PennEnvironment Research & Policy Center is dedicated to protecting our air, water and open spaces. We work to protect the places we love, advance the environmental values we share, and win real results for our environment. For more information, visit www.PennEnvironmentCenter.org.
PennPIRG (Public Interest Research Group) Education Fund is an independent, non-partisan group that works for consumers and the public interest. Through research, public education and outreach, we serve as counterweights to the influence of powerful interests that threaten our health, safety, and wellbeing. To learn more, visit our website at www.pennpirgedfund.org.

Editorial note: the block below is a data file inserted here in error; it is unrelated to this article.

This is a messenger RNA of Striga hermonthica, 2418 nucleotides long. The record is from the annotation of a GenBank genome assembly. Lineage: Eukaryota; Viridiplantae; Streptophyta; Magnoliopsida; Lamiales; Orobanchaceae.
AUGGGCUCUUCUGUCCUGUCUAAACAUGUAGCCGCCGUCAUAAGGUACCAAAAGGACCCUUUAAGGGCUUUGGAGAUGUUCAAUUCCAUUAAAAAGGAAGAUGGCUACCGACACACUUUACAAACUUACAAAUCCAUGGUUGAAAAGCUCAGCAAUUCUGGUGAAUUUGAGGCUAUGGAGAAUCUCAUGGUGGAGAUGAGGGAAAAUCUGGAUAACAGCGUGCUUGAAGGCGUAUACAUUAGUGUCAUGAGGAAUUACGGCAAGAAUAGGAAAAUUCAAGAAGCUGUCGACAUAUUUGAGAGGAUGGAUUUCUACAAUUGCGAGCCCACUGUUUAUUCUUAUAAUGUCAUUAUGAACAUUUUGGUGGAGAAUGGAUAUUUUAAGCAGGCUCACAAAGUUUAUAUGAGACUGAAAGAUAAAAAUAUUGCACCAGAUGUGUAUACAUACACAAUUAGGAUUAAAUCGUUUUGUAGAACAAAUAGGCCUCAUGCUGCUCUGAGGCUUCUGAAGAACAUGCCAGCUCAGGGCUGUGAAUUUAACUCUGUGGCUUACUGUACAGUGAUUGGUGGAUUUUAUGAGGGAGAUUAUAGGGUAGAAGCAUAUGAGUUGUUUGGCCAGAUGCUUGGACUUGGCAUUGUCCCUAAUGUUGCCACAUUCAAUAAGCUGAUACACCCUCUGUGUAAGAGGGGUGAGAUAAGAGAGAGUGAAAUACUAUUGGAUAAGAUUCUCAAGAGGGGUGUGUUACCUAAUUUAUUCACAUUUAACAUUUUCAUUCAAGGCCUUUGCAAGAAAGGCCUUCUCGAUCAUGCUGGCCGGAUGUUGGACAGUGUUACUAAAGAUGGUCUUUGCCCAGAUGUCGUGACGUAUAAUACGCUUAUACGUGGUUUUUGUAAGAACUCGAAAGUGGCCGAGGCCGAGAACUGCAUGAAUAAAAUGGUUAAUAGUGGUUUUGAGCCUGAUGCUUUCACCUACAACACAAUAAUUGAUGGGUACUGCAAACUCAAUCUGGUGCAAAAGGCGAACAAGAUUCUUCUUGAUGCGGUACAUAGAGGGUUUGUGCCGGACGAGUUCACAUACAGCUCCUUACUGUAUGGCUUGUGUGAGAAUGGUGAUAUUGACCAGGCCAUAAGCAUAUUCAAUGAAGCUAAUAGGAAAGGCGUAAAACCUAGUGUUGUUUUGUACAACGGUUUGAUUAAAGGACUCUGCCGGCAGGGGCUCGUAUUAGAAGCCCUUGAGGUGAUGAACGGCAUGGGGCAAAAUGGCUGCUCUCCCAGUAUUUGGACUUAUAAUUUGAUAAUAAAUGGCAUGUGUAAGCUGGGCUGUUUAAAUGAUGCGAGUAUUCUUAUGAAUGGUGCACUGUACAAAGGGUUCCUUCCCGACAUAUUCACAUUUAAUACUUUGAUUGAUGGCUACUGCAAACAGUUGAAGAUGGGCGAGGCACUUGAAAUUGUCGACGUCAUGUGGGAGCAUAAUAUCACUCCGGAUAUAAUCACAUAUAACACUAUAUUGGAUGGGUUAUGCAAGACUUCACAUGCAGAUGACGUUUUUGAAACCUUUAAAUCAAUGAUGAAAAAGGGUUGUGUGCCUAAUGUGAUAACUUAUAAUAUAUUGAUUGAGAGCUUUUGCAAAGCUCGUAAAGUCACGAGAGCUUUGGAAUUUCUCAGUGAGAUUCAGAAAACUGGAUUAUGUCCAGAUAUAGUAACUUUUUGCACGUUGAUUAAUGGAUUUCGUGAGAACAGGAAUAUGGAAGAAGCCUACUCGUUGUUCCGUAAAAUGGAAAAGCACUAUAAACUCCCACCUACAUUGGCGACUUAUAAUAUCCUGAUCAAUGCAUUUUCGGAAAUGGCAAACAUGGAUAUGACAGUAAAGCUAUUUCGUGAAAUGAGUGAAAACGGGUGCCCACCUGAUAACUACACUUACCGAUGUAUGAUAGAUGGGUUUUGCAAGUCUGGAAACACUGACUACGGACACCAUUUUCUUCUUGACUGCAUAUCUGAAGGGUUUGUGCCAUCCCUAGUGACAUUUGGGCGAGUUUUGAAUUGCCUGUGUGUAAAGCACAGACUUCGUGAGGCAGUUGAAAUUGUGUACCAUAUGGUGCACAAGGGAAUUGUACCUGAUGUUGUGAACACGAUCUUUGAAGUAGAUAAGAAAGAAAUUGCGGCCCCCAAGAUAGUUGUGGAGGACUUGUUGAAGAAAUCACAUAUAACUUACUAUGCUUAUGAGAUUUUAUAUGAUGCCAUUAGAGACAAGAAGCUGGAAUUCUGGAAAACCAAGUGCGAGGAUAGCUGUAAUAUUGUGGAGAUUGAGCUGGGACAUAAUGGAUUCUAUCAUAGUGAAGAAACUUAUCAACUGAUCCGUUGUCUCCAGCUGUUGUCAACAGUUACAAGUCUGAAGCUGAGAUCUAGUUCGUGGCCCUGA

The Black Church Center for Justice and Equality is a non profit organization with the mission to reaffirm the social justice tradition of the Black Church by providing a platform for progressive theological debate, public policy advocacy, and public engagement that amplifies the voices of progressive African-American faith leaders. For more about BCC, visit https://theblackchurch.net/.